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The Foreclosure Process Explained

Foreclosure Overview and Process

The timeline for foreclosures in Texas depends on whether the lender chooses to go to court (judicial foreclosure) or use an out-of-court process (non-judicial foreclosure). Timelines can vary depending on unique circumstances. Here is the general timeline for non-judicial foreclosures, the most common type used in Texas.

  • Homeowner gets behind on mortgage payment
  • Lender places lien on the property: 30 days
  • Lender issues Notice of Default: 90 days
  • Lender appoints Trustee and posts Notice of Sale: 21–25 days
  • Trustee sells property at public auction on courthouse steps, first Tuesday, every month
  • Homes become a REO (Real Estate Owned), if not purchased at auction

Texas is known as a title state, where the property title remains in trust until payment in full occurs for the underlying loan. The document that secures the title is usually called a deed of trust, but may also be referred to as a mortgage.

The primary method of foreclosure in Texas involves non-judicial foreclosure. Except for certain notice provisions, this type of foreclosure does not involve court action. When the deed of trust is initially signed, it will usually contain a provision called a power of sale clause that, upon default, allows a trustee to sell the property to satisfy the underlying defaulted loan. The trustee acts as a representative of the lender to effectuate the sale that typically occurs in the form of an auction. Because this is a non-judicial remedy, there are very stringent notice requirements and, to use this type of foreclosure, the legal documents are required to contain the power of sale language.

  1. Prior to initiating a foreclosure, the lender must send a demand letter requesting the payment of past due amounts, which gives the borrower 20 days to pay any past due amounts. Otherwise, foreclosure proceedings will begin.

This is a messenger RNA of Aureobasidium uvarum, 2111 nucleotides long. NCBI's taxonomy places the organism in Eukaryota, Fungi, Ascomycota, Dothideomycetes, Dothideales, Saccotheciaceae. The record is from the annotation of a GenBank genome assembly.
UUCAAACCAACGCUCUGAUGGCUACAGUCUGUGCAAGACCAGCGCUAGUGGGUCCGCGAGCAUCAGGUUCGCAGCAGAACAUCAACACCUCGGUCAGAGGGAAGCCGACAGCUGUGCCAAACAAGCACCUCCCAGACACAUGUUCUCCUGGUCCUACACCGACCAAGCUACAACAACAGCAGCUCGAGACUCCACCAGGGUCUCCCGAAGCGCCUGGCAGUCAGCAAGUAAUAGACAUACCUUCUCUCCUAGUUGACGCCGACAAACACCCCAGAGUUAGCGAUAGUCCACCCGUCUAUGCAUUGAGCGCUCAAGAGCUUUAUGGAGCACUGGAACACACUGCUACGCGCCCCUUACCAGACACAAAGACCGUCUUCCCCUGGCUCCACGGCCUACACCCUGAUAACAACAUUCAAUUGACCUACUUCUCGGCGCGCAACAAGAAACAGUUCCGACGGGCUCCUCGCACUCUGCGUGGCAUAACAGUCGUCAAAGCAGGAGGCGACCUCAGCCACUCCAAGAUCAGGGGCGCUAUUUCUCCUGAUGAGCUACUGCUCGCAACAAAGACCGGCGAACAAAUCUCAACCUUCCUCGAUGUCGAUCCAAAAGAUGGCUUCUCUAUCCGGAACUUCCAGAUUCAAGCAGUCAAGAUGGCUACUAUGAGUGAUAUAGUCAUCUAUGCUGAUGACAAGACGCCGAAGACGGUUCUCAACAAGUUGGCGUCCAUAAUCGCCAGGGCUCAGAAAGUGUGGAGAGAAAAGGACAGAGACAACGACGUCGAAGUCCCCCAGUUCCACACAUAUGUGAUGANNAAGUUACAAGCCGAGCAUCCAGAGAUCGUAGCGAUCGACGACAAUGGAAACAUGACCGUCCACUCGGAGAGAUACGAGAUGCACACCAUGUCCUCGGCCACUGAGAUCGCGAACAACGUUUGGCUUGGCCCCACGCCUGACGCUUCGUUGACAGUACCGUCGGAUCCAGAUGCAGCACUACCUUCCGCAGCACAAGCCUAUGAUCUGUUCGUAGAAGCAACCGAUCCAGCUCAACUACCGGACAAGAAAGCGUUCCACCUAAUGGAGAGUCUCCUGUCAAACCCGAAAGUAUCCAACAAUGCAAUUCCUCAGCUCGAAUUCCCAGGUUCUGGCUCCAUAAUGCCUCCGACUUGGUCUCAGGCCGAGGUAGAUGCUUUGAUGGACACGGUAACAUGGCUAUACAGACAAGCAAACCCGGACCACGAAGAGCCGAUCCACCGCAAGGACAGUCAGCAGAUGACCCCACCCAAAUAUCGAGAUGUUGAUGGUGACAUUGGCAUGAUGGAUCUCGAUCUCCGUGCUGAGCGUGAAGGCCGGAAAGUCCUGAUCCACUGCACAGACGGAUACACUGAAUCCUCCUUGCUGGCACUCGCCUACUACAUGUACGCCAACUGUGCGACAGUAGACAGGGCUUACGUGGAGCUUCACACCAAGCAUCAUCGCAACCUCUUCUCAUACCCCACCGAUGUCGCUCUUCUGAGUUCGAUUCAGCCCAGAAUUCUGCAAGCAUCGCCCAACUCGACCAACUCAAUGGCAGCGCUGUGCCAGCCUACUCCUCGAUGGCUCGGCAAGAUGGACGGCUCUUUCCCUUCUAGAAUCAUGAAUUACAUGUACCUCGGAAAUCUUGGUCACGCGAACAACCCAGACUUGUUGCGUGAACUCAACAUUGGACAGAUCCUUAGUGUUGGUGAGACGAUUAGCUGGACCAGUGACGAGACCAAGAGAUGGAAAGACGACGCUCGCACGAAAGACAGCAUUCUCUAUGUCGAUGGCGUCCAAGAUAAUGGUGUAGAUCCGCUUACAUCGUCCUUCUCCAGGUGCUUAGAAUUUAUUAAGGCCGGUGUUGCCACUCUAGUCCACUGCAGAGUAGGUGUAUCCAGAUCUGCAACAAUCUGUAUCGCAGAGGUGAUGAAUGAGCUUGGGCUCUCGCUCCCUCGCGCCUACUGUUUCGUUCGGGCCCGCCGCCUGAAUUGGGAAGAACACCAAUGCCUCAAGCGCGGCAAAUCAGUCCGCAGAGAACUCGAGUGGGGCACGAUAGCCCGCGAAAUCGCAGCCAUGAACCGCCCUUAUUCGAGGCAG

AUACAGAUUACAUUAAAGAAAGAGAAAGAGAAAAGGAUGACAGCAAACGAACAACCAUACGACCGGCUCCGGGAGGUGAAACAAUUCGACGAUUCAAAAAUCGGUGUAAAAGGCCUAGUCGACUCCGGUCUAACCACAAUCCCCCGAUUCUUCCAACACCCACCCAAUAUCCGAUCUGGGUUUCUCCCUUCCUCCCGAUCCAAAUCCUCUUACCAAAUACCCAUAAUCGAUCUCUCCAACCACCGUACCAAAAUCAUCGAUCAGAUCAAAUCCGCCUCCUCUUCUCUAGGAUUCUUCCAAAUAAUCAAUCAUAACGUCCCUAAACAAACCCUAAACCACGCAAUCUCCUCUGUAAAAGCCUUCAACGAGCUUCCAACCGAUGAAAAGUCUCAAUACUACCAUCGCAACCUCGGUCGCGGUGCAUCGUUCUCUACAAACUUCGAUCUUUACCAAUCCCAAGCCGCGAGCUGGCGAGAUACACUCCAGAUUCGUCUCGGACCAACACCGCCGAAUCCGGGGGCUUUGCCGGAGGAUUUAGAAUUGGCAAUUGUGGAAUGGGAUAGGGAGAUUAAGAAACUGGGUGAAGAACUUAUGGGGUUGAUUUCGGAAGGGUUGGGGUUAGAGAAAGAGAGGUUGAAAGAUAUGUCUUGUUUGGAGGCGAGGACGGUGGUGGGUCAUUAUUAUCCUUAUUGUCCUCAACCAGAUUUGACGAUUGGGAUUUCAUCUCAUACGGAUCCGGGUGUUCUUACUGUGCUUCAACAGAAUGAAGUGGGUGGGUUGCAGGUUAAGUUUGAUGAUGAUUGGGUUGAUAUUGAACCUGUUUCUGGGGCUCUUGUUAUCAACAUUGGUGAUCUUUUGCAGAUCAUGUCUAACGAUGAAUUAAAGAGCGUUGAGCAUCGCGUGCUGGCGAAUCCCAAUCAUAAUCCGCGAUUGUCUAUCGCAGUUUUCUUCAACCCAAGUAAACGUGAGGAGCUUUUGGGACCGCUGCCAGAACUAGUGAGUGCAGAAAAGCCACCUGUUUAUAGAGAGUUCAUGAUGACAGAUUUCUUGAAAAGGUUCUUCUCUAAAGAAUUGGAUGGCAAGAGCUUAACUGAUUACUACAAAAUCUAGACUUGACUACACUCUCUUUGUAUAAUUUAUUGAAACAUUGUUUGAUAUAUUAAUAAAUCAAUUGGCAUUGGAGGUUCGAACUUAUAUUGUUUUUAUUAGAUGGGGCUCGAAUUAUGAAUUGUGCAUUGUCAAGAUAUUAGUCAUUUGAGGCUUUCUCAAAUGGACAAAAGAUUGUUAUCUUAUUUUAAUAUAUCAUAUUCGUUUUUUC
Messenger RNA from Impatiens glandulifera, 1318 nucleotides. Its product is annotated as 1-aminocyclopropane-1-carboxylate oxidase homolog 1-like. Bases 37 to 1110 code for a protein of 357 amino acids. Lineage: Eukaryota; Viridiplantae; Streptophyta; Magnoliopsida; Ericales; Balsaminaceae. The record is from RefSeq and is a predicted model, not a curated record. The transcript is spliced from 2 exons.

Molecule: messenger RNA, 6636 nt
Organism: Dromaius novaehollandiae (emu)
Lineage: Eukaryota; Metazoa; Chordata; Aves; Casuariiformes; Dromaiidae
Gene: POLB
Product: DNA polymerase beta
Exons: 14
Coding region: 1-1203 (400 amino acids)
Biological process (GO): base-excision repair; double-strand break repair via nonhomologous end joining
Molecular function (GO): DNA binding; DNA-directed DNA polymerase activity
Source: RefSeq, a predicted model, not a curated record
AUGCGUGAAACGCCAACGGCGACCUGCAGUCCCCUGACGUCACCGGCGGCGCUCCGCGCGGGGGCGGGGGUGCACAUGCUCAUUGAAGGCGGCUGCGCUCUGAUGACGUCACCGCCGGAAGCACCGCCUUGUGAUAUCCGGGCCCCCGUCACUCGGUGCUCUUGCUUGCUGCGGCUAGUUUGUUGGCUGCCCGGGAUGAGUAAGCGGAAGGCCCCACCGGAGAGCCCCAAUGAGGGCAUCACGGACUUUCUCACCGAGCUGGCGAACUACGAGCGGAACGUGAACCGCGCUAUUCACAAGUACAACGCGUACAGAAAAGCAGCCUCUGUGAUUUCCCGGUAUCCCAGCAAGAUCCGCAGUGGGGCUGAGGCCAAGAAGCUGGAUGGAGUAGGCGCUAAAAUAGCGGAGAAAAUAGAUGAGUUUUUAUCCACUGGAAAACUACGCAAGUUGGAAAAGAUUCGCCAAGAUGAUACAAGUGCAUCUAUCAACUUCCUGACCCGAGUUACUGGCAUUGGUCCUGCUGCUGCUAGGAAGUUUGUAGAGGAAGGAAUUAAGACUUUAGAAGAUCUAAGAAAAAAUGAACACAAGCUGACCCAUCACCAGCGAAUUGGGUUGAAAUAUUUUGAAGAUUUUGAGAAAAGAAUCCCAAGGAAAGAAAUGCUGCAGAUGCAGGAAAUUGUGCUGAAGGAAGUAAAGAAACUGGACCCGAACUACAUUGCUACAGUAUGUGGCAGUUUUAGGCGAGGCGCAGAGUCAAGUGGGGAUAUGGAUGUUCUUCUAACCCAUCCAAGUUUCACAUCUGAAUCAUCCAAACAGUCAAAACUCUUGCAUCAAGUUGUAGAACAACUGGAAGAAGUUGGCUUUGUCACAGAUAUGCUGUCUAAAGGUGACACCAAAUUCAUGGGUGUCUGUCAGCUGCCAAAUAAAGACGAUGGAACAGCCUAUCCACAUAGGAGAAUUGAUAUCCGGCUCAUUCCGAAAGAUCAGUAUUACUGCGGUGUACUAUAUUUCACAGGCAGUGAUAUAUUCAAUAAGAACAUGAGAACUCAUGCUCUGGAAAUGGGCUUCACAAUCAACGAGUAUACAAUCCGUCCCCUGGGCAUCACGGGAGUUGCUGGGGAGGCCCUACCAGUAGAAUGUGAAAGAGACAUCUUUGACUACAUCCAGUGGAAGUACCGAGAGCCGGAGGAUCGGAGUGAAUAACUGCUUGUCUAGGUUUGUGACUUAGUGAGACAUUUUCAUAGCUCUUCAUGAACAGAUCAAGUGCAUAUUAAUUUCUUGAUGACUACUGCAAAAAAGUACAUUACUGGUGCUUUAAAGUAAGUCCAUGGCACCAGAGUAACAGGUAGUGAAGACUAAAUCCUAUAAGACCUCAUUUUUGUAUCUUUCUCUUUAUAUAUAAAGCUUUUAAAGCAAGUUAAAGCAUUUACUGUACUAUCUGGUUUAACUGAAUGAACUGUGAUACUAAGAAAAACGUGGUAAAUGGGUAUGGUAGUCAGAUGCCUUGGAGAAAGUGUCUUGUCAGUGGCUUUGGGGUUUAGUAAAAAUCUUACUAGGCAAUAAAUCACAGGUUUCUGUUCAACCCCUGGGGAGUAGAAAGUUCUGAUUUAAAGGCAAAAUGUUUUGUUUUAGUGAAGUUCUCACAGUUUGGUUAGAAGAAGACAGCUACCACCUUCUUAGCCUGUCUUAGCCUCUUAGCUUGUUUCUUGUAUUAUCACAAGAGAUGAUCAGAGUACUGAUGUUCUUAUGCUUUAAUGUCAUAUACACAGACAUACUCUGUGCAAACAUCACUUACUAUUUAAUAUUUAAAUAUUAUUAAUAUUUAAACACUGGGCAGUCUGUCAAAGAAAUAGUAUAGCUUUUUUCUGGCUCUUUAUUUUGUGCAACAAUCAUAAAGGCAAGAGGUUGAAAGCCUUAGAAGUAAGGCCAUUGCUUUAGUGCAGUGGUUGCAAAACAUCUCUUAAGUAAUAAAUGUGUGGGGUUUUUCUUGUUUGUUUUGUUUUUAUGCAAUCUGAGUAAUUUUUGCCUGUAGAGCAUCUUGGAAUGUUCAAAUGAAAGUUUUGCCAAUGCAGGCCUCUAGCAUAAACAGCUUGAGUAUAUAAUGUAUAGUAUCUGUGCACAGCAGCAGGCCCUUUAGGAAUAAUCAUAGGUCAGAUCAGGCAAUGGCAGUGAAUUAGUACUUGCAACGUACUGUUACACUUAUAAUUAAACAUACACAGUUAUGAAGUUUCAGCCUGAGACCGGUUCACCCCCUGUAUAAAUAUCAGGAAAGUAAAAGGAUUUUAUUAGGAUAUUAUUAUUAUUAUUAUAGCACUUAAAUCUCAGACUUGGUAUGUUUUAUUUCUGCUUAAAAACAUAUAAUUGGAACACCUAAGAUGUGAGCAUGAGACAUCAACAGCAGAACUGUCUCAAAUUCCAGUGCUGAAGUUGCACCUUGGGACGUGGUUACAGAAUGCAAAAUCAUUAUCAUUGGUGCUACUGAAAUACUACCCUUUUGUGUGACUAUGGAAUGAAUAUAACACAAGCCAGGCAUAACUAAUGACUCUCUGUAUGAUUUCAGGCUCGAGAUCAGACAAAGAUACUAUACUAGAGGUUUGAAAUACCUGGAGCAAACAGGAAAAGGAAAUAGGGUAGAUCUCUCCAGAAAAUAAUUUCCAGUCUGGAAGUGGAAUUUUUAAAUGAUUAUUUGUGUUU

2. After the 20-day notice, and at least 21 days before any foreclosure sale, further notice of the foreclosure must: (a) be filed with the county clerk in the county in which the property is located; (b) mailed to the defaulting borrower (and other creditors whose liens affect the property) and; (c) be posted at the county court where any sale would occur. This notice is referred to as the Notice of Default.
  3. Foreclosure sales must take place on the first Tuesday of each month (between 10 a.m. and 4 p.m.) at the courthouse, even if the date falls on a legal holiday. The trustee will auction the property to the highest bidder, including the lender, who is given credit for the value of the balance of any outstanding indebtedness under the loan.

In Texas, lenders can also go to court in what is known as a judicial foreclosure proceeding, where the court must issue a final judgment of foreclosure. If the deed of trust does not contain the power of sale language, the lender must seek judicial foreclosure. The property is then sold as part of a publicly noticed sale. A complaint is filed in county court along with a lis pendens, a recorded document that provides public notice that the property is being foreclosed upon.

The documents are known as the trust, note, and, in a commercial transaction, a security agreement. Sometimes the mortgage document is combined with the security agreement. Alternatively, a mortgage is filed to evidence the underlying debt and terms of repayment, which is set forth in the note.

Depending on the timing of the required notices, it takes approximately 60 days to effectuate an uncontested non-judicial foreclosure. This process may be delayed if the borrower contests the action in court, seeks delays and adjournments of sales, or files for bankruptcy.

Texas has no statutory right of redemption for properties foreclosed upon due to nonpayment of the mortgage, which would allow a party to reclaim its foreclosed property by making payment in full of the sum of the unpaid loan plus costs. The ONLY right of redemption that exists in Texas, is when real property is foreclosed upon due to nonpayment of the property taxes.

Yes. A deficiency judgment may be obtained when a property in foreclosure is sold at a public sale for less than the loan amount that the underlying mortgage secures. These judgments are limited to the difference between the fair market value of the property (regardless of what the property sold for at the foreclosure sale) and the defaulted loan amount at the time of sale. Fair market value is determined by appraisal.

The laws that govern Texas foreclosures are found in Title 5, Section 51 of Texas Code.
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